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Museums: Dynamic Learning Centers

Historic house museums are dynamic learning centers for students. They provide an evocative setting that stimulates imaginations, actively engages students in learning, and inspires further investigation. Whether a local historic site or a national historic landmark, these museums have unique programming and resources that greatly enhance the student learning experience.

A planned visit to an historic house museum places the student in a rich contextual environment that encourages sensory investigation and promotes experiential learning. At its very simplest, the museum provides opportunities for learning and/or reinforcement of ideas, facts and concepts that are part of the students' curriculum. The historic house environment of the museum fosters an aesthetic understanding as students investigate their surroundings by looking, listening, smelling and touching. Students interact with buildings, objects, people, landscapes and documents. As students explore familiar settings, the homes of "people of the past," they make social and cultural discoveries about themselves and others. Through exhibitions and interpretation, the museum presents shifts in attitudes, values and beliefs. Programs emphasize imaginative and creative thought and action. These diverse learning experiences encourage and refine students' critical thinking skills.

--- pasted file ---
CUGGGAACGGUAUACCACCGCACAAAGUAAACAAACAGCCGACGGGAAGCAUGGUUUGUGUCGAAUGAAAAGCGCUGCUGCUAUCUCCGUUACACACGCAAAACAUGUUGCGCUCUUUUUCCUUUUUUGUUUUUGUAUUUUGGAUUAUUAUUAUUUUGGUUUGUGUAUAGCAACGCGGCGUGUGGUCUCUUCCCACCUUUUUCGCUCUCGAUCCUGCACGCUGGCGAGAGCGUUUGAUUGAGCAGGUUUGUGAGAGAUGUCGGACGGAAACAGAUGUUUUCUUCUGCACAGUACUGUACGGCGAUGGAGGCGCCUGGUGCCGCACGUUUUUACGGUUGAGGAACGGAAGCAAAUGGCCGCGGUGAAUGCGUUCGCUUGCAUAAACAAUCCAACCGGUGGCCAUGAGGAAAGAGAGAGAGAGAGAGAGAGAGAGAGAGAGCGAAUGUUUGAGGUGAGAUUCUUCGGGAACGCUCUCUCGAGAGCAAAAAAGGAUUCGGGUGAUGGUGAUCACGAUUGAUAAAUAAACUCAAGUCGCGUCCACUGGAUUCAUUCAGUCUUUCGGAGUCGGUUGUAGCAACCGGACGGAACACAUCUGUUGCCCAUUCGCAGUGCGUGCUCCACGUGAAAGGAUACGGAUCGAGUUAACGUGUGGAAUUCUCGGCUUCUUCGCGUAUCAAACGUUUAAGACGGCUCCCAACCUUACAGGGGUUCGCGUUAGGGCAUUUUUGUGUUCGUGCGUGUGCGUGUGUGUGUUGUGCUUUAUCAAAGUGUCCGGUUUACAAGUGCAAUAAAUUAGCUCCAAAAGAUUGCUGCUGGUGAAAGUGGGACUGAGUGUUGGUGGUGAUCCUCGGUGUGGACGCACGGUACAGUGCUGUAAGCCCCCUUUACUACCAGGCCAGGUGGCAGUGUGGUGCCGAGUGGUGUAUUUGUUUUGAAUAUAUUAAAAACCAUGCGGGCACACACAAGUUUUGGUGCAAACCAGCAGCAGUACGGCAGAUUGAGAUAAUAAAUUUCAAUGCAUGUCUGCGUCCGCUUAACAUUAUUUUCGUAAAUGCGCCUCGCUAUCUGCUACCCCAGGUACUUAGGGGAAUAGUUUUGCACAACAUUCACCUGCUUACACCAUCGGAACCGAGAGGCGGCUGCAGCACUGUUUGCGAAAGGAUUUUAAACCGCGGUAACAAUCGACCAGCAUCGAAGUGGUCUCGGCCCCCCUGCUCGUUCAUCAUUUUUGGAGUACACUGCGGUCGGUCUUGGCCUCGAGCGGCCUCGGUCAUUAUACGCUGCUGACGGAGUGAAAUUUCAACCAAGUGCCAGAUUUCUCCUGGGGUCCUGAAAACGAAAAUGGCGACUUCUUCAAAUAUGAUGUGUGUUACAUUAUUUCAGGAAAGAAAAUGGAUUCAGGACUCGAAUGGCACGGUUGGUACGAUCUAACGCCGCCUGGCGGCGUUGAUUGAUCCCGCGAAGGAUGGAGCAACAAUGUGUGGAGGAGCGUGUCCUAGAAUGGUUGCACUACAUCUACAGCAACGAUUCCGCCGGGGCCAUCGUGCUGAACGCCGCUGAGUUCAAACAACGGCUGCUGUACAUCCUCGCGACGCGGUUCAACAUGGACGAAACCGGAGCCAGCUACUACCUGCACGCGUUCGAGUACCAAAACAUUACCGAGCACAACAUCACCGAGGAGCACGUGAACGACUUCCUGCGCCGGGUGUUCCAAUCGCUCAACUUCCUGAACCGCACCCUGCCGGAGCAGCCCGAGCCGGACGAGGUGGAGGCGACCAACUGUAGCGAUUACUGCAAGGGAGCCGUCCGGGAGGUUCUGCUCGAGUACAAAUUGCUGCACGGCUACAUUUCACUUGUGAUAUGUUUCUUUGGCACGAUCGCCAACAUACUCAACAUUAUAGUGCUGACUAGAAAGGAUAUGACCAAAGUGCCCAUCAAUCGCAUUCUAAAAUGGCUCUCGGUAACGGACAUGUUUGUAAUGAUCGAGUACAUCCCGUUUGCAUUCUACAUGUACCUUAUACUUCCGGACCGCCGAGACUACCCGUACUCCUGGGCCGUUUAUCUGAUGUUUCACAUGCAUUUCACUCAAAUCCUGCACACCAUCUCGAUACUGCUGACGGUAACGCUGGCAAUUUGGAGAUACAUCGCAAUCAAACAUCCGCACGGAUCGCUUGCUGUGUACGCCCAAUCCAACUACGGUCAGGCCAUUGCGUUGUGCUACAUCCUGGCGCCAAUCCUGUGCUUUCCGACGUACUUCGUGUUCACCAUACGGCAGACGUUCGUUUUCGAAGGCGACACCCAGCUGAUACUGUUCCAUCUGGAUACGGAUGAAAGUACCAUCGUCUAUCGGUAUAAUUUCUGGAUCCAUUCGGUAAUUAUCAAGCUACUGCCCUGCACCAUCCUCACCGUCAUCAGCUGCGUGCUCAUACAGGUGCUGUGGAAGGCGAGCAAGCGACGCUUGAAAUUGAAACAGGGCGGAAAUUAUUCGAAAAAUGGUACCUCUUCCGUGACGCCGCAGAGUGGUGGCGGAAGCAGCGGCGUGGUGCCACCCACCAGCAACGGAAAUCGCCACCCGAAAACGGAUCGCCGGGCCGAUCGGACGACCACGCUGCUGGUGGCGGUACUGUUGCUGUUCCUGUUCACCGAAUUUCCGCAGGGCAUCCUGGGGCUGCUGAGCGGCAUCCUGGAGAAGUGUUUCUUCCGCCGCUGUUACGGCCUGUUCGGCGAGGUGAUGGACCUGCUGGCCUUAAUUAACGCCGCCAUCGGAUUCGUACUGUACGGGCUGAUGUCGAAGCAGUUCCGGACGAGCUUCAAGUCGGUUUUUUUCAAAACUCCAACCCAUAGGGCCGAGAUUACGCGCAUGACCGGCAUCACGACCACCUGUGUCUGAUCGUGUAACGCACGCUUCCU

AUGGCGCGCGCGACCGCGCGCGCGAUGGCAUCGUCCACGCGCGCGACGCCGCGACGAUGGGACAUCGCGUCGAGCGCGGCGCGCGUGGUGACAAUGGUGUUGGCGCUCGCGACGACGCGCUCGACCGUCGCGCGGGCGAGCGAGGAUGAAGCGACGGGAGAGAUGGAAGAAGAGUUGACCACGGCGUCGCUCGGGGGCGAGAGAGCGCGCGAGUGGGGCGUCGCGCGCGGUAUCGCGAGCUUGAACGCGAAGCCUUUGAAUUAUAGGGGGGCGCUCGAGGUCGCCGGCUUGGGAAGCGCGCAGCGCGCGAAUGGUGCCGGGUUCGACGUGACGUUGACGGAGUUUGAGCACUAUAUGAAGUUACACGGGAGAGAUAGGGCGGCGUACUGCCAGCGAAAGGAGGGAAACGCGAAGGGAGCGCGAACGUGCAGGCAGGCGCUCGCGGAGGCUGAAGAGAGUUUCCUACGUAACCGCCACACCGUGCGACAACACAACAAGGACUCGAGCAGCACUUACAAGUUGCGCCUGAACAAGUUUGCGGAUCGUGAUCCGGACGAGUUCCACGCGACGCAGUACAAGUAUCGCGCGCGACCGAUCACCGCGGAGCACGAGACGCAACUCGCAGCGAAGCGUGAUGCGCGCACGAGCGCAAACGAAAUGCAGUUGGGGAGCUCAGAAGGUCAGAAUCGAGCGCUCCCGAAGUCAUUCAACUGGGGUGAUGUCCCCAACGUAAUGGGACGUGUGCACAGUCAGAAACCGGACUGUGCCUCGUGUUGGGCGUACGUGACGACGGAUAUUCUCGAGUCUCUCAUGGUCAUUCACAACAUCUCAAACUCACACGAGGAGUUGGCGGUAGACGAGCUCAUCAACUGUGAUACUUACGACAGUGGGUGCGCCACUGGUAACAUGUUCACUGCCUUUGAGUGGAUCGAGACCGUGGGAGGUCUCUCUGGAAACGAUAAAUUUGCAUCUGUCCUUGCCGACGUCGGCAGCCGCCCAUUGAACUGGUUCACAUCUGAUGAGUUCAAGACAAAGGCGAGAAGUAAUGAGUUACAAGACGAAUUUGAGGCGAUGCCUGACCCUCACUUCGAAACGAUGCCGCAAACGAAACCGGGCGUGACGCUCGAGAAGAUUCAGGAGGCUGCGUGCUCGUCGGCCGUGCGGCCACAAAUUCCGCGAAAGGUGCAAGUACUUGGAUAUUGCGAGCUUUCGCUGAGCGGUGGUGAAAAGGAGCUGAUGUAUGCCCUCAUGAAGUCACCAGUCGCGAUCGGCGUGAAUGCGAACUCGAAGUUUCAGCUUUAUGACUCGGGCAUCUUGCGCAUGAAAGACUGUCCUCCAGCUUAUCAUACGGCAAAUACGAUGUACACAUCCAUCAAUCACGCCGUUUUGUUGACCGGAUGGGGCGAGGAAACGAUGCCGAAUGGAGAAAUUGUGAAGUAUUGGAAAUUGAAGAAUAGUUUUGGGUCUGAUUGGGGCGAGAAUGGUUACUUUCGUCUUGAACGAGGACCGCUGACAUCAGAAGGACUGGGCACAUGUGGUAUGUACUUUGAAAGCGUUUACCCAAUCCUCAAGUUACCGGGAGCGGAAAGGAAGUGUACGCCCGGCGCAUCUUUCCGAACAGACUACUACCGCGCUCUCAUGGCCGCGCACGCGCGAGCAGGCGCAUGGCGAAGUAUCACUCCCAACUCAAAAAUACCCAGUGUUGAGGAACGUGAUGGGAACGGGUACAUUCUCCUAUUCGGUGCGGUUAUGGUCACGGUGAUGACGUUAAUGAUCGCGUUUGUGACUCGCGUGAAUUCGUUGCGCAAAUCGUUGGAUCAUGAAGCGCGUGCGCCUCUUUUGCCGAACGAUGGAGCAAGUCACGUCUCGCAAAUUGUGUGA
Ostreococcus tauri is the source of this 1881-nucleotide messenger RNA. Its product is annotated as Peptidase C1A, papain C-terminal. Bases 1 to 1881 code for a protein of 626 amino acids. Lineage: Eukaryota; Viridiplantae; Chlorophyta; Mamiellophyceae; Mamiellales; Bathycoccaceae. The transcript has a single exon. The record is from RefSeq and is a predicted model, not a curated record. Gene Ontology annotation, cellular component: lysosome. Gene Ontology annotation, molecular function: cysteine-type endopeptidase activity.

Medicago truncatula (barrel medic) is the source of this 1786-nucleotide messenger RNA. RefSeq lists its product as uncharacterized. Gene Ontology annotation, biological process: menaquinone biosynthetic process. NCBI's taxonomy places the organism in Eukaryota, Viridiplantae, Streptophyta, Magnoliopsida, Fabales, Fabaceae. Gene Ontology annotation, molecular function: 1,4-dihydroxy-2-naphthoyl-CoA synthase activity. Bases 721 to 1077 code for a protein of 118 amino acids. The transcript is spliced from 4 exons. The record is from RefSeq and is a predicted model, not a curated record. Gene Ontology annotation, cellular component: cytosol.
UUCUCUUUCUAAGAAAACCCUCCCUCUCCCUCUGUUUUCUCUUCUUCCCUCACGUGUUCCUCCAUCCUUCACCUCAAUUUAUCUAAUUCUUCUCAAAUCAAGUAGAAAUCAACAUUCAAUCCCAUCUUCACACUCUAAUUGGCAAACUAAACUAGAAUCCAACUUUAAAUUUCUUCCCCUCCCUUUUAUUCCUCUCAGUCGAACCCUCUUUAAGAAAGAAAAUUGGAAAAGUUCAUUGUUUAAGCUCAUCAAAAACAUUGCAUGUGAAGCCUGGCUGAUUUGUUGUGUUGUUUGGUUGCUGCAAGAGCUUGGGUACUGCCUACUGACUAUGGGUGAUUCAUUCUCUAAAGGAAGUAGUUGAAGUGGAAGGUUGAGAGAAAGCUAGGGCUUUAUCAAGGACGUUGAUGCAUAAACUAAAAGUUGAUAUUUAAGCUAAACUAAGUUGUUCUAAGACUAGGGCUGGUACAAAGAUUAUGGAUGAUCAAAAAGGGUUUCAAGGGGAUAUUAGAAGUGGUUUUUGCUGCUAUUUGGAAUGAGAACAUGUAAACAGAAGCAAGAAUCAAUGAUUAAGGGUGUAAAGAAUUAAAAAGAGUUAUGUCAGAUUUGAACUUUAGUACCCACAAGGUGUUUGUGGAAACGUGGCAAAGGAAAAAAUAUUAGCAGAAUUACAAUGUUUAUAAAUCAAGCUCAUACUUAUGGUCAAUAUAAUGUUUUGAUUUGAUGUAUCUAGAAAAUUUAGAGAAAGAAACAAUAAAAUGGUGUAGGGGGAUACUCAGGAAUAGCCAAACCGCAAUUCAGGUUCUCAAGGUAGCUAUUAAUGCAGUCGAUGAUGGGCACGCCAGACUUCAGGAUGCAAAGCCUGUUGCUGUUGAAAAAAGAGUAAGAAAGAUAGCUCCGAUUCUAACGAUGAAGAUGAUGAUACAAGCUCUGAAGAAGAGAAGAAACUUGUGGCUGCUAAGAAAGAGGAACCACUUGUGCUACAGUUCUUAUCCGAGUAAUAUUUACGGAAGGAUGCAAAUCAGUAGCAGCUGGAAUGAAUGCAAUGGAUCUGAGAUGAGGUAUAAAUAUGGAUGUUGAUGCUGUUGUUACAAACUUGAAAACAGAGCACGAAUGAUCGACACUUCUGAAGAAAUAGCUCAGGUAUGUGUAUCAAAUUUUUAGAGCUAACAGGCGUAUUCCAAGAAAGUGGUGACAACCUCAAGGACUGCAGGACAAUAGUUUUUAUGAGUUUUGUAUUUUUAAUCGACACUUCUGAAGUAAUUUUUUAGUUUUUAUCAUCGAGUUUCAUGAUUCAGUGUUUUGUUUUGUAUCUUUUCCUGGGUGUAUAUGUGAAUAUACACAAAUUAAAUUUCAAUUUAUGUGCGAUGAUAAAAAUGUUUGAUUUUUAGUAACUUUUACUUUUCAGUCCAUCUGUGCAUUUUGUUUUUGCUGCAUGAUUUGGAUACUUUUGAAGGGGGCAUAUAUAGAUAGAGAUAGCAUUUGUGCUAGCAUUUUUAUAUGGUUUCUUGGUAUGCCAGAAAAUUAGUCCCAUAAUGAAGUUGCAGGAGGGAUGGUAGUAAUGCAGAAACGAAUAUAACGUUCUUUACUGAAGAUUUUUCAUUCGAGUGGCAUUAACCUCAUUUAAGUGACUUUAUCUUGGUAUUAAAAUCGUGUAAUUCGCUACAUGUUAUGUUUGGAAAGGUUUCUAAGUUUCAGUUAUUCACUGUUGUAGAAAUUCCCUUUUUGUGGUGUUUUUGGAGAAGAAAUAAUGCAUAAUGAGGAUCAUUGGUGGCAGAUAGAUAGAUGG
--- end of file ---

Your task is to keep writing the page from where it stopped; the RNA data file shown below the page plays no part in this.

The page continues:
A valuable learning experience is one that establishes connections with students' lives. These links make the abstract personal, bringing it into focus as tangible concepts that stimulate further investigation. A historic house museum creates connections with the people, places, objects, buildings and facts that are America's richly diverse cultural heritage. At Roseland Cottage, Historic New England's 1846 Gothic Revival summer estate located in Woodstock, Conn., students walk along the same parterre garden paths that Henry Chandler Bowen walked in 1880. They smell the same scent of boxwood warming in the sun that his guests did when they visited. Entering the garden, students catch their clothing on thorns from the same rose bush that snagged the clothing of the Bowen children as they played. From time to time at Roseland Cottage, the sounds of the modern world recede and, just for a few moments, it could be 1880.

Personal, sensory learning experiences help students draw meaning from activities and stimulate further interest. They generate a sense of curiosity, inviting comparisons and questions. Students are actively engaged in learning and their imaginations are excited at an historic house museum

Museums: Dynamic Learning Centers